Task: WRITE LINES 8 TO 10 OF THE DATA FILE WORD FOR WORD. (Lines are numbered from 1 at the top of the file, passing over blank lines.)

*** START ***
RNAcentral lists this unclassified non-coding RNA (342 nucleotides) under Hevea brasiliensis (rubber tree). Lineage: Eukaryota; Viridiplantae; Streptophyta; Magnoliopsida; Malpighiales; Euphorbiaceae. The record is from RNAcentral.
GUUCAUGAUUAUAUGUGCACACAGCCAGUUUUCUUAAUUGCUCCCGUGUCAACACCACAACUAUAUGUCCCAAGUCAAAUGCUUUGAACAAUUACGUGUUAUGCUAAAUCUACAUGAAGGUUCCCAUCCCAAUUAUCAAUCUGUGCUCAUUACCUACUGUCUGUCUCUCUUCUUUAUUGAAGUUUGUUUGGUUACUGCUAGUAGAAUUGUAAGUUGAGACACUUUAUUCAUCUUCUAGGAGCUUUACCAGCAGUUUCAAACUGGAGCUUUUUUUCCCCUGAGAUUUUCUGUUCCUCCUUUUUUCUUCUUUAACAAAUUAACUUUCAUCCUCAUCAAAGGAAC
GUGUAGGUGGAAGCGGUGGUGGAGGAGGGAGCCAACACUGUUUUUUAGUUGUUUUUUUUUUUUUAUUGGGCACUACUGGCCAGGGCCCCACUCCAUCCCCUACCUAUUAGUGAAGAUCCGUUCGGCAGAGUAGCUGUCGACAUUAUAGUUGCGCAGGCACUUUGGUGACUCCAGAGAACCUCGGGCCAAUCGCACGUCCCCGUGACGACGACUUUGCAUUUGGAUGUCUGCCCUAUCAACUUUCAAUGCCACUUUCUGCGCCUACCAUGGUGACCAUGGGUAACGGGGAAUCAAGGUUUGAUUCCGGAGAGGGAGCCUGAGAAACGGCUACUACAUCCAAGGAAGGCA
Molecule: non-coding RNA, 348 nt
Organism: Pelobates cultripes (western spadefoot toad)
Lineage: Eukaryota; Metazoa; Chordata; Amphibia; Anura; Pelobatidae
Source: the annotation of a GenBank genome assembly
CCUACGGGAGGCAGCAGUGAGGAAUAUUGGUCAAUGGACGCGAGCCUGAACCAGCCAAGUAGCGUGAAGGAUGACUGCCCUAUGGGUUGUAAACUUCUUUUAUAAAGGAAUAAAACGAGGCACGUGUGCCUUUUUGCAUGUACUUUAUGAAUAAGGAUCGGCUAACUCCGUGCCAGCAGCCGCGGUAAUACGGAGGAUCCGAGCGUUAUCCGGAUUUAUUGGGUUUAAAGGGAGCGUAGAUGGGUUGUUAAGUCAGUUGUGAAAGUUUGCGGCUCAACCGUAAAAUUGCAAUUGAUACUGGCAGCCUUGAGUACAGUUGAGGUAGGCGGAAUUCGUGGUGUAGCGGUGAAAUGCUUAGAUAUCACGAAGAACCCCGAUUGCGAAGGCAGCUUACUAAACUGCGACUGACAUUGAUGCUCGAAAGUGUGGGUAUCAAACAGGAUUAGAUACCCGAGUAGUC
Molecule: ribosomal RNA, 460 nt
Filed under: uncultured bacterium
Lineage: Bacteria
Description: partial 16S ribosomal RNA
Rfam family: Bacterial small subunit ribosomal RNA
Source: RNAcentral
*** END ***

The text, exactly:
CCUACGGGAGGCAGCAGUGAGGAAUAUUGGUCAAUGGACGCGAGCCUGAACCAGCCAAGUAGCGUGAAGGAUGACUGCCCUAUGGGUUGUAAACUUCUUUUAUAAAGGAAUAAAACGAGGCACGUGUGCCUUUUUGCAUGUACUUUAUGAAUAAGGAUCGGCUAACUCCGUGCCAGCAGCCGCGGUAAUACGGAGGAUCCGAGCGUUAUCCGGAUUUAUUGGGUUUAAAGGGAGCGUAGAUGGGUUGUUAAGUCAGUUGUGAAAGUUUGCGGCUCAACCGUAAAAUUGCAAUUGAUACUGGCAGCCUUGAGUACAGUUGAGGUAGGCGGAAUUCGUGGUGUAGCGGUGAAAUGCUUAGAUAUCACGAAGAACCCCGAUUGCGAAGGCAGCUUACUAAACUGCGACUGACAUUGAUGCUCGAAAGUGUGGGUAUCAAACAGGAUUAGAUACCCGAGUAGUC
Molecule: ribosomal RNA, 460 nt
Filed under: uncultured bacterium